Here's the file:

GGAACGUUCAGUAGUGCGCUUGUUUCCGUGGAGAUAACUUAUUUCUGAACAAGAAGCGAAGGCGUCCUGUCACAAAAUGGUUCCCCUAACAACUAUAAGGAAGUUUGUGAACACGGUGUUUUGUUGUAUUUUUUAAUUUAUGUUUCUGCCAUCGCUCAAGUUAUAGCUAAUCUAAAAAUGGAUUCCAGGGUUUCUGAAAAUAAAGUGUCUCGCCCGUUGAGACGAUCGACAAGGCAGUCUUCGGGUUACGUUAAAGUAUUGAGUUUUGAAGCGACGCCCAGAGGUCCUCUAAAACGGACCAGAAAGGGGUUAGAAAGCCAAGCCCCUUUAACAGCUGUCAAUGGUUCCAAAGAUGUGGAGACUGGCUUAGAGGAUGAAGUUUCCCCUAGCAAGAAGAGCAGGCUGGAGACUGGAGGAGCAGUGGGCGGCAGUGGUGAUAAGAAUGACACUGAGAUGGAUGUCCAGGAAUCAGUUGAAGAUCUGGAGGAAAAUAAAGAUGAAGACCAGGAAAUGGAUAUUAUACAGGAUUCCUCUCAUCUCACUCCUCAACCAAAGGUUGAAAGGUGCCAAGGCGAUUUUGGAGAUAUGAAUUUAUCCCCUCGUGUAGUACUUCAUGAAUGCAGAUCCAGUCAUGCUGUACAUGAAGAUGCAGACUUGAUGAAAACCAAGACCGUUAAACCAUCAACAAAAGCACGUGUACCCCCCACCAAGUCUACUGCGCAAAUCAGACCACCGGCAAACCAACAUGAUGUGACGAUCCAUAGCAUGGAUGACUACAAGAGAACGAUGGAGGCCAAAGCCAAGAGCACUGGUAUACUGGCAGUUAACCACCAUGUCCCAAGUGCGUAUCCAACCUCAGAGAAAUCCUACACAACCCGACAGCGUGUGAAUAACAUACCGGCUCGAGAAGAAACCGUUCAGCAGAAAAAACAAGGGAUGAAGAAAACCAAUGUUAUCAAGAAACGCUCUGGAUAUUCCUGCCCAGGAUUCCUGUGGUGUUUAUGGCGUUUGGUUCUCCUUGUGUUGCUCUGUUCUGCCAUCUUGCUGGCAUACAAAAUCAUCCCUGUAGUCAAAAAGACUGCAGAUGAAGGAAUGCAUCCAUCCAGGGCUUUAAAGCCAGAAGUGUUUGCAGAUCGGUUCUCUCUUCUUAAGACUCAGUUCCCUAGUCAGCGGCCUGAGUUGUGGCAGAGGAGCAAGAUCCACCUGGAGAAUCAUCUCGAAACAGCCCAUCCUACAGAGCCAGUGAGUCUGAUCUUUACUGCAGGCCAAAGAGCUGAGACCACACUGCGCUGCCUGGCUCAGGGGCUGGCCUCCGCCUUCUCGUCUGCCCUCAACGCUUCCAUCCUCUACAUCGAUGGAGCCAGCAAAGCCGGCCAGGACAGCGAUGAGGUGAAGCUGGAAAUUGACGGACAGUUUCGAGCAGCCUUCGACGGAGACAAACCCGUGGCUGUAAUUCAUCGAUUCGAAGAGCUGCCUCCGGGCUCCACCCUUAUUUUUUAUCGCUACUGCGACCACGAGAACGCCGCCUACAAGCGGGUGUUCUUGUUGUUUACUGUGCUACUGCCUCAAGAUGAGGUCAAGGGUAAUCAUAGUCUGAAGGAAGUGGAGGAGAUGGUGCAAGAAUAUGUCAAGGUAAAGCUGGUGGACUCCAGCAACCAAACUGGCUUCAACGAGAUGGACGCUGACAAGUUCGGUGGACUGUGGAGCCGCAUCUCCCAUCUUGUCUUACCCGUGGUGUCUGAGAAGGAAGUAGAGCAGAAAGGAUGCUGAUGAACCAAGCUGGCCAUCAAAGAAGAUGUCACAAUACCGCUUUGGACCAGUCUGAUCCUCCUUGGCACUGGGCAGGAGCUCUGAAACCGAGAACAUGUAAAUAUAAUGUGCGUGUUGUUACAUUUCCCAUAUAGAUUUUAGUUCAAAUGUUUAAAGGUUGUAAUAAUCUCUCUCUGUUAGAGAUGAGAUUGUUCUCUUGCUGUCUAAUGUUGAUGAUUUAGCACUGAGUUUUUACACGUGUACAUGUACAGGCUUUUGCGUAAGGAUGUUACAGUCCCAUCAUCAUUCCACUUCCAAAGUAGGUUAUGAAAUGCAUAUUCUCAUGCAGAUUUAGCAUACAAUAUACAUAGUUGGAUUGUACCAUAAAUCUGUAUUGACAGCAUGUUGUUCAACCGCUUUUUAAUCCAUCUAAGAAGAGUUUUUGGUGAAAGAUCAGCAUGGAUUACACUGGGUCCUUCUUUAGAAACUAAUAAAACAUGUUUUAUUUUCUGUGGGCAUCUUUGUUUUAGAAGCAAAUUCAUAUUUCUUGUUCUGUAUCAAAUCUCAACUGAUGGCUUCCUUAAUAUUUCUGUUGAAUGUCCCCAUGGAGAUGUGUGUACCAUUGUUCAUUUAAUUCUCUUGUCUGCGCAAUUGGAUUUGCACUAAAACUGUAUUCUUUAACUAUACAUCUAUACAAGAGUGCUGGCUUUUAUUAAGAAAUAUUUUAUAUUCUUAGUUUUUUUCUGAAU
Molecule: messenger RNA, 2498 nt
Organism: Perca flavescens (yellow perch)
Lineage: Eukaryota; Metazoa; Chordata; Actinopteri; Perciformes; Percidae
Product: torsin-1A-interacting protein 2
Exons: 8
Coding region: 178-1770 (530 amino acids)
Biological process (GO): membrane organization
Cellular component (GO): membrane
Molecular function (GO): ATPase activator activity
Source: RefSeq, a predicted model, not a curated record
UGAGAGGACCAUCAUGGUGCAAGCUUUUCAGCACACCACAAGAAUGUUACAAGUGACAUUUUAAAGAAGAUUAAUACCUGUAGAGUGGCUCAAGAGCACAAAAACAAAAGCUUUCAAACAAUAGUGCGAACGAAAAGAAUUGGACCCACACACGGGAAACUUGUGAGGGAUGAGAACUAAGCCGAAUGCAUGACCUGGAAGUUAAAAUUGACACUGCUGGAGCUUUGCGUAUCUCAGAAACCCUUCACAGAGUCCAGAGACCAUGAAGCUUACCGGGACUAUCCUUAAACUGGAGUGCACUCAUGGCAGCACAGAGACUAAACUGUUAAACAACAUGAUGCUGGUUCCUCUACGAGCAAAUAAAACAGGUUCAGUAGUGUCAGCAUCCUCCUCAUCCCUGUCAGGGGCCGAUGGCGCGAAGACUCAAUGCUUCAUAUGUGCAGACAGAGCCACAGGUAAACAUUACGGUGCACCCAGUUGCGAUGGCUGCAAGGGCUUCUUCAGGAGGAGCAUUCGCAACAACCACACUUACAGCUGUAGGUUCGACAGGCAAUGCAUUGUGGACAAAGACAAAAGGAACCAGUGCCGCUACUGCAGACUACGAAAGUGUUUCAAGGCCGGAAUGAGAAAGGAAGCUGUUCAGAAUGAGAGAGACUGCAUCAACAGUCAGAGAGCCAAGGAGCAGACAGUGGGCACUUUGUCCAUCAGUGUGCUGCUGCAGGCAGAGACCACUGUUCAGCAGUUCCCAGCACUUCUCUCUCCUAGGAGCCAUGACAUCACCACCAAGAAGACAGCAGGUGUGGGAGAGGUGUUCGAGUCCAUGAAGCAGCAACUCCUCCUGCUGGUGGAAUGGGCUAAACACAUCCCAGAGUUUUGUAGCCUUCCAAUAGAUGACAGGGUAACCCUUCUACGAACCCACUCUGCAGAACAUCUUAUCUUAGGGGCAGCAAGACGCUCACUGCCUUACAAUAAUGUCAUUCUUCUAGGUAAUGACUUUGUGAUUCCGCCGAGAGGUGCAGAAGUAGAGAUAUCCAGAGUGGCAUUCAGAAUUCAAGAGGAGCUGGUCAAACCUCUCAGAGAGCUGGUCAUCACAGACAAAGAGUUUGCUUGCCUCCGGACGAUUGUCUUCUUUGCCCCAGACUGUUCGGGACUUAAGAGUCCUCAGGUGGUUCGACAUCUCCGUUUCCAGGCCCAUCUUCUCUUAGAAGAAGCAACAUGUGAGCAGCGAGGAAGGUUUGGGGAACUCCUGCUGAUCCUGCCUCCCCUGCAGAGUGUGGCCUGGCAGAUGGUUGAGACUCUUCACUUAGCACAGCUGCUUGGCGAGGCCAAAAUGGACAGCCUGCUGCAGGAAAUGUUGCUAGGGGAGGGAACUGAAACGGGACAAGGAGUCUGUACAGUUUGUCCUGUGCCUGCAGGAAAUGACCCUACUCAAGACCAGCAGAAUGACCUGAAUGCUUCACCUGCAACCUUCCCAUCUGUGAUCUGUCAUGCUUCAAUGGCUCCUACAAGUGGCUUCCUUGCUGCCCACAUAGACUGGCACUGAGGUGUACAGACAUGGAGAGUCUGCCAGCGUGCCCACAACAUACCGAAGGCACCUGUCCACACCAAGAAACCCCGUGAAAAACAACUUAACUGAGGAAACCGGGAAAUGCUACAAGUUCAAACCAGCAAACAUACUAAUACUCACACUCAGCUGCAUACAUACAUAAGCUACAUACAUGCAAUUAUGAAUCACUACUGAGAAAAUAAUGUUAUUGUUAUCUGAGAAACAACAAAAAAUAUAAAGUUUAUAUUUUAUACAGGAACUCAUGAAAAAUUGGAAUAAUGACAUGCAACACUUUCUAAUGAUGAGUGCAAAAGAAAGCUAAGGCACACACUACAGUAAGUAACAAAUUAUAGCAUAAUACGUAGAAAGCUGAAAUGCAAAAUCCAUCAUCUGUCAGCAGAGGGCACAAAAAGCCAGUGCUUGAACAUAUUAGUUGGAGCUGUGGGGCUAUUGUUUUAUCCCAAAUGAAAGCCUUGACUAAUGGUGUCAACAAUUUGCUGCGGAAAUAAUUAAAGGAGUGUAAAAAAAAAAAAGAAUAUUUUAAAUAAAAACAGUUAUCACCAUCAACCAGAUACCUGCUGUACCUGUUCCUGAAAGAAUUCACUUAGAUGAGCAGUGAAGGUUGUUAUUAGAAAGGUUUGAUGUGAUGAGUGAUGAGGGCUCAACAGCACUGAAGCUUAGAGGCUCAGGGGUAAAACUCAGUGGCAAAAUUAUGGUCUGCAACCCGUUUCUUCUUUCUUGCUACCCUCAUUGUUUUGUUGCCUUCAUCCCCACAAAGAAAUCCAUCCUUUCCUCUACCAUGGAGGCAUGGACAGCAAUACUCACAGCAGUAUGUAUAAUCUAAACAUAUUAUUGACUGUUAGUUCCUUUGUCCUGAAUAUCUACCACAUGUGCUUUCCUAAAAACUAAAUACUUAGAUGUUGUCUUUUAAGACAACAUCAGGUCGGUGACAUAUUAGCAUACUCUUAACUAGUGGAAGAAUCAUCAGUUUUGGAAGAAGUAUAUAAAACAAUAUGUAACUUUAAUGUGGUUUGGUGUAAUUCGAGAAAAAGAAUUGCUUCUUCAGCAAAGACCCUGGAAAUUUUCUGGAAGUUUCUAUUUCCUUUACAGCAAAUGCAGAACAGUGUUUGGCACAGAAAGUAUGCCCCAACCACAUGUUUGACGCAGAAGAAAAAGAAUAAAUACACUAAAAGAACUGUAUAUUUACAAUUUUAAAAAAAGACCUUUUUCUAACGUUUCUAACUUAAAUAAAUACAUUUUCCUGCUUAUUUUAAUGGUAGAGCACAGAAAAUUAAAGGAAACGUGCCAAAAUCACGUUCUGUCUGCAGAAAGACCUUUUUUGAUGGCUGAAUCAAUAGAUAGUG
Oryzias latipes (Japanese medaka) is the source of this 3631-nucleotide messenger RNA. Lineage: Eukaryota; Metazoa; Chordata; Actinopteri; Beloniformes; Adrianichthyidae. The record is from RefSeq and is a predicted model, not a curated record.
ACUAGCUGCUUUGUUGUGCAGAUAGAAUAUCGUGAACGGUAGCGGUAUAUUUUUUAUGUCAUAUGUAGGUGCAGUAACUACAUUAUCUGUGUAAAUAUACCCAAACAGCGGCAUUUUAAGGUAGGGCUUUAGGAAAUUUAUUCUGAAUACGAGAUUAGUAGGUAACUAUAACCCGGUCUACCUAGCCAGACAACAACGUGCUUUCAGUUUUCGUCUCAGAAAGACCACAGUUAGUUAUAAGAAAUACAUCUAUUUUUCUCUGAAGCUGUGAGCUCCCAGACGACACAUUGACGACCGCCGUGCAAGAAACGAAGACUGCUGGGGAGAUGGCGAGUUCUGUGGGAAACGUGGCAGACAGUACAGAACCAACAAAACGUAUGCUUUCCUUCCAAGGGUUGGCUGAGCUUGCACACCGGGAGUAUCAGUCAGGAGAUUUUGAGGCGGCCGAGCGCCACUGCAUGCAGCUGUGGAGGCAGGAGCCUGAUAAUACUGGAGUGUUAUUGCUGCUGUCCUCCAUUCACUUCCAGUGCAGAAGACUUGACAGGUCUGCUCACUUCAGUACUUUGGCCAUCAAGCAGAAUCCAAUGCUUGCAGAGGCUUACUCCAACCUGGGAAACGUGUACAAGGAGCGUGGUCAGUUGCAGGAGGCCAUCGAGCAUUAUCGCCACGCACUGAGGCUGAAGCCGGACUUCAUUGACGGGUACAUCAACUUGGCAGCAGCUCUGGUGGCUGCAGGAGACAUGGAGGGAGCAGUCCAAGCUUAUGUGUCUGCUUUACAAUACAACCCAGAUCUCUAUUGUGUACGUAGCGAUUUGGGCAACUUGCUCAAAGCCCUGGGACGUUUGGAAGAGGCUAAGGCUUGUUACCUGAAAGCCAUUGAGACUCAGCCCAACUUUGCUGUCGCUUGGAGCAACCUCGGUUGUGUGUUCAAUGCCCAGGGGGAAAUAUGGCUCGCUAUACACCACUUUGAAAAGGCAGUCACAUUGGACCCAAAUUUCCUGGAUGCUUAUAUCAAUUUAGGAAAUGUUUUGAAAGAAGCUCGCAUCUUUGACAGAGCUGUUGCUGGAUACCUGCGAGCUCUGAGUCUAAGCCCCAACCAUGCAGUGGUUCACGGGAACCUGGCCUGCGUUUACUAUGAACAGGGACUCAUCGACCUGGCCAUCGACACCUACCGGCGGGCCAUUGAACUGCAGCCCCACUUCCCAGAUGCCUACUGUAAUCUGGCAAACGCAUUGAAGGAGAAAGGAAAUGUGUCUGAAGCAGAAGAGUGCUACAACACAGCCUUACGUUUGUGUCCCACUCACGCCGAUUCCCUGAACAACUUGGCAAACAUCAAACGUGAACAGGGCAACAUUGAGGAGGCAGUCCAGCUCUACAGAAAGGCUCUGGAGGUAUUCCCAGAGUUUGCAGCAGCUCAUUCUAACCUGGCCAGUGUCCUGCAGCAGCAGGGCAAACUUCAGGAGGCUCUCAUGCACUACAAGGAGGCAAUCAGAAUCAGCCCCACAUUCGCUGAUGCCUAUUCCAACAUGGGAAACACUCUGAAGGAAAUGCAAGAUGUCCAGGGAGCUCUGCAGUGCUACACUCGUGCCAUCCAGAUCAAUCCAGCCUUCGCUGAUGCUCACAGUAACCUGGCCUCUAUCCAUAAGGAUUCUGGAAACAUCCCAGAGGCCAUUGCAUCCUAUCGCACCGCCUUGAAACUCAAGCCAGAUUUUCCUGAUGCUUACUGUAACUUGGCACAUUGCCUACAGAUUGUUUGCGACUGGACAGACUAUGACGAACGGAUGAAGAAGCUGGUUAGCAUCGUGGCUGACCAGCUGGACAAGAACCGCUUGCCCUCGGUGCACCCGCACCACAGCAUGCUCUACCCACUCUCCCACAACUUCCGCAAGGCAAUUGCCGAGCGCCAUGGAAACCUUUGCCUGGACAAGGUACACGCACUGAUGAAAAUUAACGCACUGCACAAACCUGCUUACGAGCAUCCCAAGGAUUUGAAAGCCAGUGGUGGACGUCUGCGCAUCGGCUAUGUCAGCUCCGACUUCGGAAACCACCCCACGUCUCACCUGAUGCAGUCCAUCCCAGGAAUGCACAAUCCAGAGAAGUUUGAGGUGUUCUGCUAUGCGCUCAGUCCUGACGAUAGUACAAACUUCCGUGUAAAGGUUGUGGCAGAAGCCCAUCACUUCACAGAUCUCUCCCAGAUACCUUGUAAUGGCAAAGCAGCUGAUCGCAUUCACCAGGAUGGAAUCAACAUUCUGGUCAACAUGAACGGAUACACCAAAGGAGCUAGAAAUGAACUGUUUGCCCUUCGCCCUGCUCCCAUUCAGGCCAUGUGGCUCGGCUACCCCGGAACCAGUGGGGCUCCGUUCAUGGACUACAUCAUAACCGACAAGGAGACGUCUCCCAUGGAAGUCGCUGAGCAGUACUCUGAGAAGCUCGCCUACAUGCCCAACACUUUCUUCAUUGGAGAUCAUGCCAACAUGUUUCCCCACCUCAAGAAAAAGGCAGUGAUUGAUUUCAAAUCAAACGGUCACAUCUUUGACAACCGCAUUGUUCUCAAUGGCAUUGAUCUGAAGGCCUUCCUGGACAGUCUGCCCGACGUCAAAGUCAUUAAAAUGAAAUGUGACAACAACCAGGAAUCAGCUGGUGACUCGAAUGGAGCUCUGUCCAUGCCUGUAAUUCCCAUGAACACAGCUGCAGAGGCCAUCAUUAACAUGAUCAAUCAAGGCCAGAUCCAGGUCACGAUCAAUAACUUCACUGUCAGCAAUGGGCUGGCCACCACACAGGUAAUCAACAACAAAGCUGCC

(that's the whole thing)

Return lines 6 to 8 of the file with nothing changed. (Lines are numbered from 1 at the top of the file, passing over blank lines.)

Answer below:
Exons: 8
Coding region: 178-1770 (530 amino acids)
Biological process (GO): membrane organization